Plus: An evening of art in Vienna and personal, customized excursions
Cruising in the Galápagos is like visiting another world. Sailing from island to island in this incredible, protected archipelago—famous for blue-footed boobies, giant tortoises, marine iguanas, and the finches that inspired Darwin's theory of evolution—is perhaps the most unusual travel experience you can have.
These cruises are also very active. Each typically includes a couple landings a day so that travelers can go on guided hiking, snorkeling, and kayaking excursions and observe the wildlife up close. And the exploration continues onboard, where passengers learn about the islands from naturalists, including scientists from the Charles Darwin Research Station.
This year there are more ways to explore the far-flung Galápagos Islands than ever before as two seasoned operators are aquiring new vessels. The first is Celebrity Cruises, which has been plying the Galápagos for a decade with the 100-passenger Celebrity Xpedition. The ship’s 10- or 11-night programs (which are so much in demand that it’s often hard to book passage), include a seven-night cruise from Baltra with stops at Santa Cruz Island, where the misty highlands are home to the Galápagos tortoises; North Seymour Island, home to blue-footed boobies, marine iguanas, and frigatebirds; Bartolomé, which has beautiful hiking vistas and the arrowhead-shaped Pinnacle Rock; and other spectacular spots.
This week, Celebrity announced that it is acquiring two new vessels to join the Xpedition: a 16-passenger catamaran, the Athala II, and a 48-passenger upscale expedition vessel, the Eclipse (which is currently sailing for Ecuadorean tour operator Ocean Adventures). These smaller vessels will enable the line to visit even more landing sites, like Puerto Villamil, where passengers can take treks to the often fog-shrouded crater of Sierra Negra volcano; Darwin Bay, where red-footed boobies nest in the mangroves; and Chinese Hat Islet, which boasts Galápagos penguins, reef sharks, sea lions, and green sea turtles. In addition, travelers will get the chance to spend several nights in a hotel on the islands to immerse themselves in the local culture.
The second operator with new plans is Lindblad Expeditions, which is acquiring the Patagonian expedition vessel Via Australis to take over for their older ship, the National Geographic Endeavour. The newer ship will provide better viewing from all public spaces and is quieter and more maneuverable. It will also have quick, easy access to the open decks (so that passengers can respond quickly when the captain announces wildlife sightings) and a more efficient loading platform for reaching zodiacs and kayaks. A modern audiovisual system will also allow high quality presentations onboard. Lindblad also plans to spend up to $10 million on a renovation that will reduce occupancy from 136 passengers to 96 passengers.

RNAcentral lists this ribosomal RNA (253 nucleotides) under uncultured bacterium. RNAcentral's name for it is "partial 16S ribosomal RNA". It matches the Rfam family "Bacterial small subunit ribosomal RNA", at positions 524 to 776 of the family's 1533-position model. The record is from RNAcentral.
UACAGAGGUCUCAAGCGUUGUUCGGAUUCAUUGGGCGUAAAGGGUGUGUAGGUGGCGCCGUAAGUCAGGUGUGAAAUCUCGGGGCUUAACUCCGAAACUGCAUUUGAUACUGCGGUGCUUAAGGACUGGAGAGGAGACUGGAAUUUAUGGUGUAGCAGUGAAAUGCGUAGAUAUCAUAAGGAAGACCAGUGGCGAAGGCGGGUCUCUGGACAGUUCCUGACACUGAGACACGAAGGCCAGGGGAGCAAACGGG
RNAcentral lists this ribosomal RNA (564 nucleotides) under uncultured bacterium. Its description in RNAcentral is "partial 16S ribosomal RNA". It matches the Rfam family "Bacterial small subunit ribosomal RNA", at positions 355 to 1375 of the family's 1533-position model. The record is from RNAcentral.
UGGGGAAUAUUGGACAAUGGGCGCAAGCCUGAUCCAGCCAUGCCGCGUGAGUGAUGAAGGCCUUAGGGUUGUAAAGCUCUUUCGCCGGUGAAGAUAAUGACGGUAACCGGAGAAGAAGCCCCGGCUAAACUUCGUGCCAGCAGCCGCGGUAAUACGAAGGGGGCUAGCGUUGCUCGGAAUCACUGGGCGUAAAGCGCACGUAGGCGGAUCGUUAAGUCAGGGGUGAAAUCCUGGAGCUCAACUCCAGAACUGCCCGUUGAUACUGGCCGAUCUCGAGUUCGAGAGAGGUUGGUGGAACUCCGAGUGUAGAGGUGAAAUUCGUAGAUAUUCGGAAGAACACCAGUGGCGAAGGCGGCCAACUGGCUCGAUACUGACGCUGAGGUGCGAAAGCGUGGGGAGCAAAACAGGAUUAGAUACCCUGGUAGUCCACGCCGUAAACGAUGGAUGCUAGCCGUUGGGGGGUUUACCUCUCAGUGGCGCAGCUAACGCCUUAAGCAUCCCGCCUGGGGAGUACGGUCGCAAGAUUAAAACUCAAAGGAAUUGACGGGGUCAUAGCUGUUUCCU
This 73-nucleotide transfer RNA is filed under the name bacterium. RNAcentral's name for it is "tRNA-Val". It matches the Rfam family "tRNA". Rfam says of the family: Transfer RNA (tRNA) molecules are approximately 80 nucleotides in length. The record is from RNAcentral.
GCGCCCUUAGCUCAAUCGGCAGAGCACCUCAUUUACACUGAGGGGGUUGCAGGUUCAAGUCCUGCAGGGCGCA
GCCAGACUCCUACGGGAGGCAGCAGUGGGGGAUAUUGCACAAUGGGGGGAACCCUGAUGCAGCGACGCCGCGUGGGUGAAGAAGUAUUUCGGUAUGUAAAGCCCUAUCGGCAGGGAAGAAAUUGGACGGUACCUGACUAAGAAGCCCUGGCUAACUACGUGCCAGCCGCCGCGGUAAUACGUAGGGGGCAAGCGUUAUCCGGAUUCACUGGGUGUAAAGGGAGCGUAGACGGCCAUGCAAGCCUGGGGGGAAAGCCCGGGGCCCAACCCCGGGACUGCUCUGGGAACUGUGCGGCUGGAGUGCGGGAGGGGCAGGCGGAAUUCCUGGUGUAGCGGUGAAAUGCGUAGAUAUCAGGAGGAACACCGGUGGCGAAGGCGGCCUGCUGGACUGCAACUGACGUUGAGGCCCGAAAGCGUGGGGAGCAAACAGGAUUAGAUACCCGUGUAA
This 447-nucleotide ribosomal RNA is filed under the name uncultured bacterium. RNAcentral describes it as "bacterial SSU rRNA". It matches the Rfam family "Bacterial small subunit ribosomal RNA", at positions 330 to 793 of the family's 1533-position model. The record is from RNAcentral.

Lastly, Un-Cruise Adventures has just introduced its first Galápagos program. The nine-night itinerary includes a seven-night cruise aboard the 48-passenger La Pinta and two nights in Ecuador’s capital, Quito, at Casa Gangotena, a 31-room boutique hotel. Guided walking tours of the historic city are included.
Also in Cruise News
Night at the Museum
This July, when Crystal River Cruises begins sailing on the Danube, passengers aboard the Crystal Mozart will have access to an exclusive event at the Belvedere Palace in Vienna. The palace is one of Europe’s most stunning baroque landmarks and a renowned art museum, and it will be open to Crystal Mozart passengers for a special evening tour of the works of Austrians Gustav Klimt, Oskar Kokoschka, and Egon Schiele. The evening will end with a concert of works by Mozart and both Johan Strauss I and II in the palace's spectacular Marble Hall.
The 160-passenger Crystal Mozart will sail three varied itineraries along the Danube, exploring the Bavarian Wachau Valley, Vienna, Salzburg, Budapest, Belgrade, and other European destinations. The evening at Belvedere Palace will be offered at no extra cost through 2017.
Far from the Cruising Crowds
Royal Caribbean International is helping travelers craft customized shoreside experiences in ports around the world with its new Private Journeys program. This service provides a savvy guide or "Destination Insider" to help cruisers design personalized activities and adventures for individuals, couples, families, and small groups. Possible itineraries include getting a behind-the-scenes visit to a Michelin-starred restaurant in Bruges followed by a gourmet lunch; exploring Alaska's Misty Fjords from a floatplane, then enjoying a fireside meal of smoked salmon and Dungeness crab; or touring Germany's countryside in a vintage auto. Private Journeys are planned in advance of the cruise (so you should reach out to the service as soon as you book) and require a $100 deposit, which will be applied to the final cost of the experience. However, to launch the service, Royal Caribbean is waiving the deposit for Private Journeys booked before March 31.
Anne Kalosh doesn't count the cruises she’s taken, though there have been hundreds—including five years as a shipboard newspaper editor, sailing the world. She loves the experiences sea travel offers. Her byline has appeared in many major publications, and she's on top of the latest cruise developments as the long-time U.S. editor for Seatrade-Cruise.com and Seatrade Cruise Review.